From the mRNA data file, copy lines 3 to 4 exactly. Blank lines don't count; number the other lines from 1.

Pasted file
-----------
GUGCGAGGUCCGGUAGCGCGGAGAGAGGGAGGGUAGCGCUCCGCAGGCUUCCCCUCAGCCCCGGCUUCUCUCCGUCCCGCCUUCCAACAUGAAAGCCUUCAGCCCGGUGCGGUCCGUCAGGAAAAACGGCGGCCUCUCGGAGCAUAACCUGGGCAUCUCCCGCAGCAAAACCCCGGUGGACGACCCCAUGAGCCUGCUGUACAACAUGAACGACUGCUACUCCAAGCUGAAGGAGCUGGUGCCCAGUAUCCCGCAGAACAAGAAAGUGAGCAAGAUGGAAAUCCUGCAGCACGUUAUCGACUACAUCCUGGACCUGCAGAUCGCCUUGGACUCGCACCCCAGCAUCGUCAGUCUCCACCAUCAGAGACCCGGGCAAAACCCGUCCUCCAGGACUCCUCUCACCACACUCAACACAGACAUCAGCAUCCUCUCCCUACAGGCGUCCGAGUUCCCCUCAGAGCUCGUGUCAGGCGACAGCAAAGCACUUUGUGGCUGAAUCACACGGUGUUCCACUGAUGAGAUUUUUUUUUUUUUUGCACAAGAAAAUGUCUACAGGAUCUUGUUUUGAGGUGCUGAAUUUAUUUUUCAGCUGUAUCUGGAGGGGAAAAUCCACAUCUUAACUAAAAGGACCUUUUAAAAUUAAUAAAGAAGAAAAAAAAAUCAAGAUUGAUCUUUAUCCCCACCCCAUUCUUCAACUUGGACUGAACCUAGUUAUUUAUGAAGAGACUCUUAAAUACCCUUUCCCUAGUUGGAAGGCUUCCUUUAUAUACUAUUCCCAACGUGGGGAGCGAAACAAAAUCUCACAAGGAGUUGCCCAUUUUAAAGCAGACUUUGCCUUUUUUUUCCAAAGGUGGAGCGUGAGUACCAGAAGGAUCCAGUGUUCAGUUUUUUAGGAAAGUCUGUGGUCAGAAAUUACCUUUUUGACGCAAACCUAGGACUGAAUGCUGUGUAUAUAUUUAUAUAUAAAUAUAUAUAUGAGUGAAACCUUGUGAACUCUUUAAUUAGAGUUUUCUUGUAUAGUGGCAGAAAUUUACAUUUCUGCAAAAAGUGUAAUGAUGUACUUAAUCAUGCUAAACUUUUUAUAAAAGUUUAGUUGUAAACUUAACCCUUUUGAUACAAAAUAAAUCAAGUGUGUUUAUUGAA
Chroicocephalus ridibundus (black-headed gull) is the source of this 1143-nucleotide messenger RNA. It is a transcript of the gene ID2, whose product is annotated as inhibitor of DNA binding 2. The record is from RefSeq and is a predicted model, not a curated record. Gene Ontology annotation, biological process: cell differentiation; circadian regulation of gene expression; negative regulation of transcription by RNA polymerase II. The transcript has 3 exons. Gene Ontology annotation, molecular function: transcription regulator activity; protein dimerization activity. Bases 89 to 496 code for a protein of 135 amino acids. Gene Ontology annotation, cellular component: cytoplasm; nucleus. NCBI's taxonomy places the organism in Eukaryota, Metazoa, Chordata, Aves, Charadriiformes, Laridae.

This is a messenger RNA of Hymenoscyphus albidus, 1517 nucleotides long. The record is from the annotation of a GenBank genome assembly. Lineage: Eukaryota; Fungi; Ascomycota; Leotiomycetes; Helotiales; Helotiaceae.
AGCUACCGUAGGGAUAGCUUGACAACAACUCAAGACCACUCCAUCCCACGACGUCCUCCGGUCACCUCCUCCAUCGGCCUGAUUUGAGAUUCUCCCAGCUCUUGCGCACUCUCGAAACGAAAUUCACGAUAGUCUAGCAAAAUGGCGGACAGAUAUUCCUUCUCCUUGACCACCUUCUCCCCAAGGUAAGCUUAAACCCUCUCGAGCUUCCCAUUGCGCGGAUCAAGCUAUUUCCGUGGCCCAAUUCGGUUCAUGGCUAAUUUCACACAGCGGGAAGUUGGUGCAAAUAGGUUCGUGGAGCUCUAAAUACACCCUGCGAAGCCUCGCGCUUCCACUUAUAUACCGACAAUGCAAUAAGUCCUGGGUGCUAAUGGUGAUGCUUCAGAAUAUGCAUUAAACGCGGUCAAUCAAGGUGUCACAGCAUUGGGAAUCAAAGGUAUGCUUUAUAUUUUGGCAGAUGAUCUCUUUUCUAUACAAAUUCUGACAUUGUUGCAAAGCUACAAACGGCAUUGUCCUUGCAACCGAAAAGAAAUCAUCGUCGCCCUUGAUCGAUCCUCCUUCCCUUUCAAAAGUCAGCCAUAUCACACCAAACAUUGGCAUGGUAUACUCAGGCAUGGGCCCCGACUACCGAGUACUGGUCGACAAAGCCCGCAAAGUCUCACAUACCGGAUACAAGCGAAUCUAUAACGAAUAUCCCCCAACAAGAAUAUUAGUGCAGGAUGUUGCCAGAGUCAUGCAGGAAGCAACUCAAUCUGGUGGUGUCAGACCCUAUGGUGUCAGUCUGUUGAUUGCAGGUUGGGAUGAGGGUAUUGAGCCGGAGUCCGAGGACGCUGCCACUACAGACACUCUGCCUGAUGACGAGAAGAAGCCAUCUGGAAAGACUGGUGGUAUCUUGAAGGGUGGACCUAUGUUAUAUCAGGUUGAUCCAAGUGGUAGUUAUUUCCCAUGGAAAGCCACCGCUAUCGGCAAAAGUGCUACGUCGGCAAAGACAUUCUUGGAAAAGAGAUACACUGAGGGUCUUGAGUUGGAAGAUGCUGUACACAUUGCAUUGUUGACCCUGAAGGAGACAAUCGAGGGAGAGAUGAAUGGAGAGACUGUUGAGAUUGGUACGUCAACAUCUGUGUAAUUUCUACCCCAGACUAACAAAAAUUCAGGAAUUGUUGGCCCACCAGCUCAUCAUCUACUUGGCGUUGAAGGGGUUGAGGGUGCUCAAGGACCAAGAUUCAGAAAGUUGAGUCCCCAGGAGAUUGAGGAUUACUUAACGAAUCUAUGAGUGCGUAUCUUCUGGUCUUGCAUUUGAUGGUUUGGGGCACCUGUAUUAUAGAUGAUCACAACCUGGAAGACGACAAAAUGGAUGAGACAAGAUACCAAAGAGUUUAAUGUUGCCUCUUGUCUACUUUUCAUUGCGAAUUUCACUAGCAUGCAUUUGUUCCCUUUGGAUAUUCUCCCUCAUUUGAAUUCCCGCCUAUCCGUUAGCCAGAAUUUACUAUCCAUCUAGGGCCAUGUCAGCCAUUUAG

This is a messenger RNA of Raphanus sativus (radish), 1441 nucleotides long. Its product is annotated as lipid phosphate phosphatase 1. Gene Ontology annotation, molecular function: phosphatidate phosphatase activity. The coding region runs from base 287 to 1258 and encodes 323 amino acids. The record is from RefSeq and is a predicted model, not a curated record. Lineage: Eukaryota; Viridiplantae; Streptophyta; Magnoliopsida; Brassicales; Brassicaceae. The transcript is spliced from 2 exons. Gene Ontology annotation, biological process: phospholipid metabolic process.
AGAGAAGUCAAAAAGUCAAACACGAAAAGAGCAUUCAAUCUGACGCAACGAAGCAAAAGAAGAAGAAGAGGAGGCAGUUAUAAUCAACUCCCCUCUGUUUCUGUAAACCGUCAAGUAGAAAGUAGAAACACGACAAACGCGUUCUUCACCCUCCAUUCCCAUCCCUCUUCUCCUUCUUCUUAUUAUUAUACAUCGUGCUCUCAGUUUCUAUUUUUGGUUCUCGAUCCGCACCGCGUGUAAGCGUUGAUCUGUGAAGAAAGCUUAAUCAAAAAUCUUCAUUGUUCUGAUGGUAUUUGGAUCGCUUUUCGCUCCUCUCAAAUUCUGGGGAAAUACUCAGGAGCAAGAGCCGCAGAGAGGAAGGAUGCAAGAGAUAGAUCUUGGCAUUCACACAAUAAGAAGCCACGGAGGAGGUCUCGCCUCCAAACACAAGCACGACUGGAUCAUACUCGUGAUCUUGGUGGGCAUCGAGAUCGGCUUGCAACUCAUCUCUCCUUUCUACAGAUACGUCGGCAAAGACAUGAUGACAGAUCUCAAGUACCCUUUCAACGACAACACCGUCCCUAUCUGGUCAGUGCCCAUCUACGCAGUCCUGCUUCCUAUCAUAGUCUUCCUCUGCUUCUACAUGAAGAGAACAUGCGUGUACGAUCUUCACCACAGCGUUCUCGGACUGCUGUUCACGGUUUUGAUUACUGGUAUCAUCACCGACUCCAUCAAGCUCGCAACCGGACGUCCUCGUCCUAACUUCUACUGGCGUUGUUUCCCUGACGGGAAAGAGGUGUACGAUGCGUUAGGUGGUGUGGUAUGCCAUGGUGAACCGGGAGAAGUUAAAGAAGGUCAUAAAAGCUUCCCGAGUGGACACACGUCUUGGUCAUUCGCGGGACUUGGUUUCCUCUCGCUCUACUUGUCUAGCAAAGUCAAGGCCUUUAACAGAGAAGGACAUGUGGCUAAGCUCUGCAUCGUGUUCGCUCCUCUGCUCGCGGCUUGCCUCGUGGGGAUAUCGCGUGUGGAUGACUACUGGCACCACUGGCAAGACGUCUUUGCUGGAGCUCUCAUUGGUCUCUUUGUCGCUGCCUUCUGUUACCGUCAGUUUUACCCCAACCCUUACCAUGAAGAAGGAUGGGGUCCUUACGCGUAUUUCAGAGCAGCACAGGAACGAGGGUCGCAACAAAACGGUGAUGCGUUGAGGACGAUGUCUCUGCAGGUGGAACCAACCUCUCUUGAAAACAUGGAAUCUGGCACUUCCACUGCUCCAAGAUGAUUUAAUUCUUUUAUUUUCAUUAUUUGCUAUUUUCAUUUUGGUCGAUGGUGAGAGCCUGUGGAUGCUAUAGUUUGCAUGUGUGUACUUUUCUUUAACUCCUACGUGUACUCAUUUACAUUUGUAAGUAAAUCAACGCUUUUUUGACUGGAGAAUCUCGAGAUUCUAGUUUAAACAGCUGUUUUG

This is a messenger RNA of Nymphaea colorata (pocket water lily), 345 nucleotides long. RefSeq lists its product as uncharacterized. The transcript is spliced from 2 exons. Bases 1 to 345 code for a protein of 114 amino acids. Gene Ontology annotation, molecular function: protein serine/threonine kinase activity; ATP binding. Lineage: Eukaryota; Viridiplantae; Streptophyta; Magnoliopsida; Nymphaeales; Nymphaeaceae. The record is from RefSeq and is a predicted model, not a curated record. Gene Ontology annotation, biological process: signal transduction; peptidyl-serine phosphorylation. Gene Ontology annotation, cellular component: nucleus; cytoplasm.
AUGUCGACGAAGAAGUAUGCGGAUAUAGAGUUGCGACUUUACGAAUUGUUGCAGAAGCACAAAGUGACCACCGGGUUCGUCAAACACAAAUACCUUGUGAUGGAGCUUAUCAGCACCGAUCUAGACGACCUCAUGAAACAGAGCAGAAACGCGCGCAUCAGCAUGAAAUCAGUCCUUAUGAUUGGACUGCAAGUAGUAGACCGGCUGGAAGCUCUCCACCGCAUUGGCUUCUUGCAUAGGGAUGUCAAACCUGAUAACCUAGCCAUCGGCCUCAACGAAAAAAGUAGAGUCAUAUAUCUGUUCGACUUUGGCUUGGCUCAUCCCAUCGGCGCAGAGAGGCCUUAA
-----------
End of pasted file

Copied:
This is a messenger RNA of Hymenoscyphus albidus, 1517 nucleotides long. The record is from the annotation of a GenBank genome assembly. Lineage: Eukaryota; Fungi; Ascomycota; Leotiomycetes; Helotiales; Helotiaceae.
AGCUACCGUAGGGAUAGCUUGACAACAACUCAAGACCACUCCAUCCCACGACGUCCUCCGGUCACCUCCUCCAUCGGCCUGAUUUGAGAUUCUCCCAGCUCUUGCGCACUCUCGAAACGAAAUUCACGAUAGUCUAGCAAAAUGGCGGACAGAUAUUCCUUCUCCUUGACCACCUUCUCCCCAAGGUAAGCUUAAACCCUCUCGAGCUUCCCAUUGCGCGGAUCAAGCUAUUUCCGUGGCCCAAUUCGGUUCAUGGCUAAUUUCACACAGCGGGAAGUUGGUGCAAAUAGGUUCGUGGAGCUCUAAAUACACCCUGCGAAGCCUCGCGCUUCCACUUAUAUACCGACAAUGCAAUAAGUCCUGGGUGCUAAUGGUGAUGCUUCAGAAUAUGCAUUAAACGCGGUCAAUCAAGGUGUCACAGCAUUGGGAAUCAAAGGUAUGCUUUAUAUUUUGGCAGAUGAUCUCUUUUCUAUACAAAUUCUGACAUUGUUGCAAAGCUACAAACGGCAUUGUCCUUGCAACCGAAAAGAAAUCAUCGUCGCCCUUGAUCGAUCCUCCUUCCCUUUCAAAAGUCAGCCAUAUCACACCAAACAUUGGCAUGGUAUACUCAGGCAUGGGCCCCGACUACCGAGUACUGGUCGACAAAGCCCGCAAAGUCUCACAUACCGGAUACAAGCGAAUCUAUAACGAAUAUCCCCCAACAAGAAUAUUAGUGCAGGAUGUUGCCAGAGUCAUGCAGGAAGCAACUCAAUCUGGUGGUGUCAGACCCUAUGGUGUCAGUCUGUUGAUUGCAGGUUGGGAUGAGGGUAUUGAGCCGGAGUCCGAGGACGCUGCCACUACAGACACUCUGCCUGAUGACGAGAAGAAGCCAUCUGGAAAGACUGGUGGUAUCUUGAAGGGUGGACCUAUGUUAUAUCAGGUUGAUCCAAGUGGUAGUUAUUUCCCAUGGAAAGCCACCGCUAUCGGCAAAAGUGCUACGUCGGCAAAGACAUUCUUGGAAAAGAGAUACACUGAGGGUCUUGAGUUGGAAGAUGCUGUACACAUUGCAUUGUUGACCCUGAAGGAGACAAUCGAGGGAGAGAUGAAUGGAGAGACUGUUGAGAUUGGUACGUCAACAUCUGUGUAAUUUCUACCCCAGACUAACAAAAAUUCAGGAAUUGUUGGCCCACCAGCUCAUCAUCUACUUGGCGUUGAAGGGGUUGAGGGUGCUCAAGGACCAAGAUUCAGAAAGUUGAGUCCCCAGGAGAUUGAGGAUUACUUAACGAAUCUAUGAGUGCGUAUCUUCUGGUCUUGCAUUUGAUGGUUUGGGGCACCUGUAUUAUAGAUGAUCACAACCUGGAAGACGACAAAAUGGAUGAGACAAGAUACCAAAGAGUUUAAUGUUGCCUCUUGUCUACUUUUCAUUGCGAAUUUCACUAGCAUGCAUUUGUUCCCUUUGGAUAUUCUCCCUCAUUUGAAUUCCCGCCUAUCCGUUAGCCAGAAUUUACUAUCCAUCUAGGGCCAUGUCAGCCAUUUAG